I was teaching an Elevator Pitch class this week at a local career development center where I volunteer. I normally get a mixed bag of “clients” in the room – industry changers, mothers returning back to work, multiple interview rejection folks, recent grads not knowing which way is up. I would say it’s usually mid-career, people in their 30s – 60s. I take an inside-out approach to the otherwise daunting task of an elevator pitch. Forget what you’ve done historically, talk to me about who you are and what matters to you. We engage, we create, we wordsmith – it’s a fun couple of hours and I love watching people shift from dread to pride around these statements.
So this time, something strange happened. One of my “clients” was 80 years old. She said she was applying for a new job as a site manager at a Senior Center. When I asked what success would look like for her that evening, she said “to learn something new.” Seemed harmless enough. Welcome, Charlotte, glad to have you here.
I start doing my thing and engaging the group and Charlotte begins to question everything I’m saying. I take a few of her comments and live coach them so the rest of the group can see the distinctions. She keeps nagging, refuting, and distracting the class. I teach a piece of content, she tells me why Henry Ford would disagree.
After giving the rest of the group an exercise to try, I pull her aside to get to the bottom of this block. What does she want? The job as the site manager. What are her strengths? She says nothing. I ask again about strengths and she can’t express a thing – only that she is used to being a number 2 her entire career and making the boss look good. Other than that, she’s nothing and nobody. I re-frame that for her, “Charlotte, you are making a shift from being the mastermind behind the operation to now wanting to lead the operation.” She smiles but doesn’t bite. We went back and forth live coaching for 10 minutes while the others worked. She just wouldn’t budge, the walls were thick with pain and fear. She couldn’t think of a single good thing to say about herself and to protect from that pain, she just wouldn’t play or would distract the other players. I was annoyed and her page was empty.
Finally I ask, “Why do you want this job anyway if you think you’re not qualified?” She answered, “To pay my bills and afford my apartment.” I snapped. “That’s a lousy reason, Charlotte. You can get a job anywhere paying the bills. You need to compel me as to why you and why this job.”
I felt terrible. Here I was half a century younger, telling her she’s not showing up good enough to her life. But I instinctually knew that tough love was what she needed. Her story was owning her rather than her owning her story of being a Number 2.
At the end of the session, I had everyone stand to share their elevator pitches in front of the group for some final direction and wordsmithing help from me. Charlotte went last. When it was her turn, I stared at her and simply prompted, “Don’t worry about the pitch. Just share with me how your friends would describe you in this job. What makes you special and what do they love about you?”
Here’s what she said: I always remember people’s names. We have 100 seniors at our center and I know all of their names. I also know all of their stories. They come to us because they’ve lost someone and are lonely. By knowing their stories I’m able to connect people with new friends and they feel whole and complete again. That’s what I do.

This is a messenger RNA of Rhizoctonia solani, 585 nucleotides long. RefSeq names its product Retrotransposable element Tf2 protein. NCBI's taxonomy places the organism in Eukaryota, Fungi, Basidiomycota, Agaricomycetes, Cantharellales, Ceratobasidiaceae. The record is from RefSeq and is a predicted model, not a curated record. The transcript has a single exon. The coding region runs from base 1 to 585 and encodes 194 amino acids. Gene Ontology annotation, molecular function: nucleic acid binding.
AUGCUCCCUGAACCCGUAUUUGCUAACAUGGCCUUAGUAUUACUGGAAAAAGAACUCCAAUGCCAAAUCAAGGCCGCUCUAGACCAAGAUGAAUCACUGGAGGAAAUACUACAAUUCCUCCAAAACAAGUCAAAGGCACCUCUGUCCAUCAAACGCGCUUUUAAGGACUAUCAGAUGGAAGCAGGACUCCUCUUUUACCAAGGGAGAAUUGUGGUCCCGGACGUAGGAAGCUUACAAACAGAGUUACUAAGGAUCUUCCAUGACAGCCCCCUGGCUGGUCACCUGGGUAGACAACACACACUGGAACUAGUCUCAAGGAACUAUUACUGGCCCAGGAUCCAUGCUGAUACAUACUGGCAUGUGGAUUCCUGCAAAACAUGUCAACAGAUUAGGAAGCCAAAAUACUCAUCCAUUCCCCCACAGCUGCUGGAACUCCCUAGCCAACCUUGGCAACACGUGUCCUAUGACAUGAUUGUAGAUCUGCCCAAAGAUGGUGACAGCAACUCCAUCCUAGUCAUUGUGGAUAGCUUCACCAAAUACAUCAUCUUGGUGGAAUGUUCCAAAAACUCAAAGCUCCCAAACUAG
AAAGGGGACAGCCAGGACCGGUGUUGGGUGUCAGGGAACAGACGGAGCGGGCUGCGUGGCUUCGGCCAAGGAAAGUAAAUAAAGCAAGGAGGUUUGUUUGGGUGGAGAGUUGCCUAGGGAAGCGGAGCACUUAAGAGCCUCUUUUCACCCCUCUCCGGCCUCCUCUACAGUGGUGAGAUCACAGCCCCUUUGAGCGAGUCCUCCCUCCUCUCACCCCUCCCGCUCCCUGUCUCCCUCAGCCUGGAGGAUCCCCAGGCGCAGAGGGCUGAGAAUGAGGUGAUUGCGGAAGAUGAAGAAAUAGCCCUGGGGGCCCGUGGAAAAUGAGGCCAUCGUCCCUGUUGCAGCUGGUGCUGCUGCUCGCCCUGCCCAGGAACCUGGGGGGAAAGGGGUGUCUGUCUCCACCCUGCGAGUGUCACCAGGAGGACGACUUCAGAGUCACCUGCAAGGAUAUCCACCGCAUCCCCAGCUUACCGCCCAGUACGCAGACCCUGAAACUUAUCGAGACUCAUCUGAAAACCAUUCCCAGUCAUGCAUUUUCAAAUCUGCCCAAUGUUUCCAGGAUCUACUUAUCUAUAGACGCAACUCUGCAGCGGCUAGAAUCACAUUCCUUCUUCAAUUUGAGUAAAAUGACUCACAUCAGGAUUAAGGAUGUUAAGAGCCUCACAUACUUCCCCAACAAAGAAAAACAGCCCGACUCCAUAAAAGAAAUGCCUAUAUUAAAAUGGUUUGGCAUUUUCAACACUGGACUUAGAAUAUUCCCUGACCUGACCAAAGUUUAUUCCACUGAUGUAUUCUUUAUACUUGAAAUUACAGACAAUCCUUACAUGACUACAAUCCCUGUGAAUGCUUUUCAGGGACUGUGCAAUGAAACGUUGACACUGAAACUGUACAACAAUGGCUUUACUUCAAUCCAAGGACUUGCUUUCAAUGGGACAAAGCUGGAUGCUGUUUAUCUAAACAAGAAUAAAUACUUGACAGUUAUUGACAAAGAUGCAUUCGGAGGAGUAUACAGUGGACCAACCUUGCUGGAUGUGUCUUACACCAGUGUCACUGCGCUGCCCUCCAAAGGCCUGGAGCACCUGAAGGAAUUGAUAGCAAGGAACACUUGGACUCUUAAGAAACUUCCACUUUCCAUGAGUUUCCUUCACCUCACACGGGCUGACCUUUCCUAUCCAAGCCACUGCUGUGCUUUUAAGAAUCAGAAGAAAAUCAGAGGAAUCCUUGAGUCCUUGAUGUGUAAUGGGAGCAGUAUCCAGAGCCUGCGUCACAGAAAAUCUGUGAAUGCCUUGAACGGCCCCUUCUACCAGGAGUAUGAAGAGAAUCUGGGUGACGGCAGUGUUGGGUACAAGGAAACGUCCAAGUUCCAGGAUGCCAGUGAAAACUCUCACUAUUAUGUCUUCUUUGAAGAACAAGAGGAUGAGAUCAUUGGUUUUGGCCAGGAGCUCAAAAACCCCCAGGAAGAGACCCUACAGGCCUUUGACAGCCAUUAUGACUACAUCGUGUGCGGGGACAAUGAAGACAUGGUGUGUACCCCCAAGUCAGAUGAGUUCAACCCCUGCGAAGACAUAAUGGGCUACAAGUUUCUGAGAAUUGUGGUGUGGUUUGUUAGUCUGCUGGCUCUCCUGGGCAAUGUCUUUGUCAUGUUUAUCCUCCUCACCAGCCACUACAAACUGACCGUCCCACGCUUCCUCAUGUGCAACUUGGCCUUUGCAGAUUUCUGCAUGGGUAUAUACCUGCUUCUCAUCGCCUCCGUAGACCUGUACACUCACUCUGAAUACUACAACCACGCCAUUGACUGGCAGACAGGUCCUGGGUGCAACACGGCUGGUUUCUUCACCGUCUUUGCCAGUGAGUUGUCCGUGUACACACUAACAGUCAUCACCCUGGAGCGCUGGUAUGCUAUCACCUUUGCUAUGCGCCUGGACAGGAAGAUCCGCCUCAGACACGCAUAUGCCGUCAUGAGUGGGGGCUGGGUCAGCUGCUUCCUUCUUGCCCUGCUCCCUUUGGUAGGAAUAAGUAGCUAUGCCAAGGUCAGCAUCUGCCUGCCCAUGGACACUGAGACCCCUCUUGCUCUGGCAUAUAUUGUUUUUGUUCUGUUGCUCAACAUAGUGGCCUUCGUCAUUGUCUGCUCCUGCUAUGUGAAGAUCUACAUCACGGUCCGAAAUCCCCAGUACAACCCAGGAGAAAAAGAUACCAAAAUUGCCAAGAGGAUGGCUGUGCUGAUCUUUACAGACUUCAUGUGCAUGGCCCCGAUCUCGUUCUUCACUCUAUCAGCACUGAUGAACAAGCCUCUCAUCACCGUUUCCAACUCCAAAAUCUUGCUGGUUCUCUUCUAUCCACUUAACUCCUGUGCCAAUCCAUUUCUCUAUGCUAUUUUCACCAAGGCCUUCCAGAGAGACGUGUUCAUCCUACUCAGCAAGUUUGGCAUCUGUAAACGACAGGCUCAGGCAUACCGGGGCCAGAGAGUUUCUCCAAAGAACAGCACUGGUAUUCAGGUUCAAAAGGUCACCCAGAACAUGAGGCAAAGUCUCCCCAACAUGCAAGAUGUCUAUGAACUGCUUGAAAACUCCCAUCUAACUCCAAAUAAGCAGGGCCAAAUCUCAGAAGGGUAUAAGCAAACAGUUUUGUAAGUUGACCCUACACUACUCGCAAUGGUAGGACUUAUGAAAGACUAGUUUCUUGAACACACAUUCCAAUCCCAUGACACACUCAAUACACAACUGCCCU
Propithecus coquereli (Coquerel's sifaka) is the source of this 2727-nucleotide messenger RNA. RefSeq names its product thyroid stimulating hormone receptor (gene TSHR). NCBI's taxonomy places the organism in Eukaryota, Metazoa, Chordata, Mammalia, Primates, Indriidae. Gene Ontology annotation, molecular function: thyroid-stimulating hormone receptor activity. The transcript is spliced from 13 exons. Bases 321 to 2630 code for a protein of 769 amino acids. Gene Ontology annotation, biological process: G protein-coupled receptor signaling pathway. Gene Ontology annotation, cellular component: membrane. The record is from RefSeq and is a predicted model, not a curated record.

It was perfect. The entire room was moved. That was an elevator pitch if I ever heard one. She remembered everyone’s name and behind each name was a story – that was her special sauce in the world.
So I was reminded that night that personal leadership is for everyone – from 0 to 100. Charlotte just happened to be 80. She did learn something new that night, just as she asked. She learned that she can step into her strengths and share about them in an authentic way. From that space, she knew the job was already hers.
And I learned that helping to unravel people’s stories and show them that they matter is really all that matters.
We should start referring to “age” as “levels,” so when you’re level 80 it sounds more badass than just being an old person.Rebel Circus
From Theory to Action
Where do you have walls up so that the story you’re telling is preventing the world from hearing your elevator pitch? An elevator pitch is nothing more than sharing a bit of you – beyond the bit that makes it on a resume or cover letter or LinkedIn profile. I like to think of it as a Personal Leadership statement. Your declaration to the world. What matters to you? How do you activate your strengths in a unique way? Why do you want what you want next?
Next time you feel stuck at a networking event or job interview, don’t succumb to the daunting stress of an elevator pitch. Re-frame it as an opportunity to take one of your foundational strengths (problem-solving, let’s say) and tell a story around how you do that strength of problem-solving uniquely and what impact that problem-solving approach has on the people around you and the organization at large. Follow the simple formula:
Elevator Pitch = Strengths + How You Do Those Strengths Uniquely + Impact Of Those Strengths
If you want to go nuts, try the formula in the reverse order and voila – you have an elevator pitch.